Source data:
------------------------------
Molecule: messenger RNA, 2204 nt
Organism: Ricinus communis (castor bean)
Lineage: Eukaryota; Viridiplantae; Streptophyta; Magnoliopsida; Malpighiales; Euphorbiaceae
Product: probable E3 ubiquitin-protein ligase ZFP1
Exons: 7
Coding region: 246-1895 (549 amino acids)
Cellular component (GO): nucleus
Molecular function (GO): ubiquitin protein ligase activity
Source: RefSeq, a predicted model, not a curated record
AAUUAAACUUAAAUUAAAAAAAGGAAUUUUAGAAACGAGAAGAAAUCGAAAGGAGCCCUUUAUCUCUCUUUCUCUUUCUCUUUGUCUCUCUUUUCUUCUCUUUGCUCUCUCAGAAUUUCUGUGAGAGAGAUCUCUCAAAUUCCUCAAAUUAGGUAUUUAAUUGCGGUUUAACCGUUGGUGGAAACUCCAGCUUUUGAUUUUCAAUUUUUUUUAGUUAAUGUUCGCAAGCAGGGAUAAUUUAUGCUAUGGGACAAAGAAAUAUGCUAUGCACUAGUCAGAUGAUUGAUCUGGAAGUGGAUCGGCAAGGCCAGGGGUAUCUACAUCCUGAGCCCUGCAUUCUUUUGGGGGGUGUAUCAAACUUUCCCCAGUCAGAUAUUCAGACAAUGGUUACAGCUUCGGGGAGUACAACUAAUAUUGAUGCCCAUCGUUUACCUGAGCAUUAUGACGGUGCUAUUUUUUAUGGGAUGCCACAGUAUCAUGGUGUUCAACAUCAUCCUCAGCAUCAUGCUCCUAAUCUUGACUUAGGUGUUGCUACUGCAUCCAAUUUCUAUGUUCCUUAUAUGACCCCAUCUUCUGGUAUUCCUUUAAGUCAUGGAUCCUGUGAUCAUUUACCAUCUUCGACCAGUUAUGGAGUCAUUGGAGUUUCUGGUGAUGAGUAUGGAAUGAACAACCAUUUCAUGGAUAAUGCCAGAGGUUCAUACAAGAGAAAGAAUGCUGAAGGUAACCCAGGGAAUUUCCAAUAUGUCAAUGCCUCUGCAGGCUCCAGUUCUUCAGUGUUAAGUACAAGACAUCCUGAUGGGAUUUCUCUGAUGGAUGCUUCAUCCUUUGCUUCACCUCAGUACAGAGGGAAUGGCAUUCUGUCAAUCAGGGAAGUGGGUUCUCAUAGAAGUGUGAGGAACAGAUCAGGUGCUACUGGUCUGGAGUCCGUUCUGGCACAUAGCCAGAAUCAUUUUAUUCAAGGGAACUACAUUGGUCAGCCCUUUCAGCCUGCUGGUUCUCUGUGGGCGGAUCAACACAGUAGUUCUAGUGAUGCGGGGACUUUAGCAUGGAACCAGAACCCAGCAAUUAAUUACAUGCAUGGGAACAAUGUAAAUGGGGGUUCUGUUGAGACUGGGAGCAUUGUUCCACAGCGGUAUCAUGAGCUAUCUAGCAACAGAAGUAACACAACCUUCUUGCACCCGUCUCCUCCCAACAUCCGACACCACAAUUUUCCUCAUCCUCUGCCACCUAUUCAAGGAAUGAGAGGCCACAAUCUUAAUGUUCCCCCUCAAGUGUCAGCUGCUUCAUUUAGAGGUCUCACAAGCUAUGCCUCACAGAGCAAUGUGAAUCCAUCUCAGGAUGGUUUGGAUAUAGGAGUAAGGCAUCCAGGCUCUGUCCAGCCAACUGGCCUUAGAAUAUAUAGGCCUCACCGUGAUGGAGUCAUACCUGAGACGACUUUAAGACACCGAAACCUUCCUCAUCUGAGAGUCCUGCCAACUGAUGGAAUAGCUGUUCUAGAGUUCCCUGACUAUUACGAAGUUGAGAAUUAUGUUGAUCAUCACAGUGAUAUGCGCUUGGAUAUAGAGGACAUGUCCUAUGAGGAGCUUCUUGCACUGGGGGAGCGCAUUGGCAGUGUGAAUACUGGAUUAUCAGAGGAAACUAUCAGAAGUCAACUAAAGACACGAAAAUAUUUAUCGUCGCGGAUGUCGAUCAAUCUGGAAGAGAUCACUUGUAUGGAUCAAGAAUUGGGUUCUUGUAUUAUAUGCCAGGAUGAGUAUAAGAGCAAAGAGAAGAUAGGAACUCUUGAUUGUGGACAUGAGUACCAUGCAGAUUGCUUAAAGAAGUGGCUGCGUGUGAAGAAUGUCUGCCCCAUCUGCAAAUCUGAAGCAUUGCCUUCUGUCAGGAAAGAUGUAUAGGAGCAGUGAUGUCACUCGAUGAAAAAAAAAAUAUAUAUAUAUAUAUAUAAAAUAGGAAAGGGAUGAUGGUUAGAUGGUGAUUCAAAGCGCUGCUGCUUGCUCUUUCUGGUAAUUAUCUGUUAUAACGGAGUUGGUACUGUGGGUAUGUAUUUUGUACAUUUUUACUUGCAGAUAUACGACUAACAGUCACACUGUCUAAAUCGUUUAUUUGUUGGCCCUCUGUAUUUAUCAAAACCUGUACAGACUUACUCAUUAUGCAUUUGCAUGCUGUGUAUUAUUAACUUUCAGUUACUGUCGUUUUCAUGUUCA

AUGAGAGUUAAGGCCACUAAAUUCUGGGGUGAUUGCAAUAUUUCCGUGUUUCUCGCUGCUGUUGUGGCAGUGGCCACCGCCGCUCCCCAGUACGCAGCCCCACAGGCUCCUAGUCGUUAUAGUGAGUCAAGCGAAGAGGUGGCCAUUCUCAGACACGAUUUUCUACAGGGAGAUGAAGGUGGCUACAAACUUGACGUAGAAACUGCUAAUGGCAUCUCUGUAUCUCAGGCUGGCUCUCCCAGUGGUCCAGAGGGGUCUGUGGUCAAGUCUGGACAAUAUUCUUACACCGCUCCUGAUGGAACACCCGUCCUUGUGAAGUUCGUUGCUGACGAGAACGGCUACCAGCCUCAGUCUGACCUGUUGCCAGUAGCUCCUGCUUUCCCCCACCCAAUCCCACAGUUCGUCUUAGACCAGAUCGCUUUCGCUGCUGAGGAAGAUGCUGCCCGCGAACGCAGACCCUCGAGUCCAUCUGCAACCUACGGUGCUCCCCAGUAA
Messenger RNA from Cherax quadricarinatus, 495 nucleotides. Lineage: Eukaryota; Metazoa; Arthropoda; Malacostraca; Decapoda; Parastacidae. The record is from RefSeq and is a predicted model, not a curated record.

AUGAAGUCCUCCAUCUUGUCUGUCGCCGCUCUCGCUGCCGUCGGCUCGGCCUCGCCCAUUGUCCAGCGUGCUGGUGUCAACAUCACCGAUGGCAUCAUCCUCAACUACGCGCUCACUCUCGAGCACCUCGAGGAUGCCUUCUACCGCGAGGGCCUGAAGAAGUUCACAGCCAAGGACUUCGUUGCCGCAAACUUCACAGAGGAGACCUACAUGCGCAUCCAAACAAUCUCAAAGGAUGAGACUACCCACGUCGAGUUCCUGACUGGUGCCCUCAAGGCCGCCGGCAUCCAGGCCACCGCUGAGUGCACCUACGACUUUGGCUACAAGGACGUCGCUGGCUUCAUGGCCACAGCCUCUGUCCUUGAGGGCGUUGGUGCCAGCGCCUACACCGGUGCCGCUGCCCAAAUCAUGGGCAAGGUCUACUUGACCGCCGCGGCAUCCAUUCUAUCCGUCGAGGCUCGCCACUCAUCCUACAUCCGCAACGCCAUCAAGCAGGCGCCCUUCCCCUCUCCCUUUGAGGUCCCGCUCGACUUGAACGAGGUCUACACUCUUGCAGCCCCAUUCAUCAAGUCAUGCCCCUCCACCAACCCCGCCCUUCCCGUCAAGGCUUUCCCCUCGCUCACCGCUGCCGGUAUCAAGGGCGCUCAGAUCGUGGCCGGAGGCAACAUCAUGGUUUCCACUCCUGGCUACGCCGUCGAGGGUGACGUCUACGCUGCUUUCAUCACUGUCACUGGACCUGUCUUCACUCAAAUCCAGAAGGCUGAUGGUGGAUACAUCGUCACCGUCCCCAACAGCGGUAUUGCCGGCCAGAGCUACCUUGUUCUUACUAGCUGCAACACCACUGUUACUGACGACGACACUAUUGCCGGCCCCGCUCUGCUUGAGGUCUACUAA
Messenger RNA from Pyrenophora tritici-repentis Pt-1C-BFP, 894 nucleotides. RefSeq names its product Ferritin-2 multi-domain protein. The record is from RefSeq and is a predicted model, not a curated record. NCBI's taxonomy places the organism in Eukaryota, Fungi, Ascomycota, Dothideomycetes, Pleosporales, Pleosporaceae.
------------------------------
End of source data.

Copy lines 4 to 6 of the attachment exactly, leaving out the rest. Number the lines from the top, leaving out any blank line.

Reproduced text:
Product: probable E3 ubiquitin-protein ligase ZFP1
Exons: 7
Coding region: 246-1895 (549 amino acids)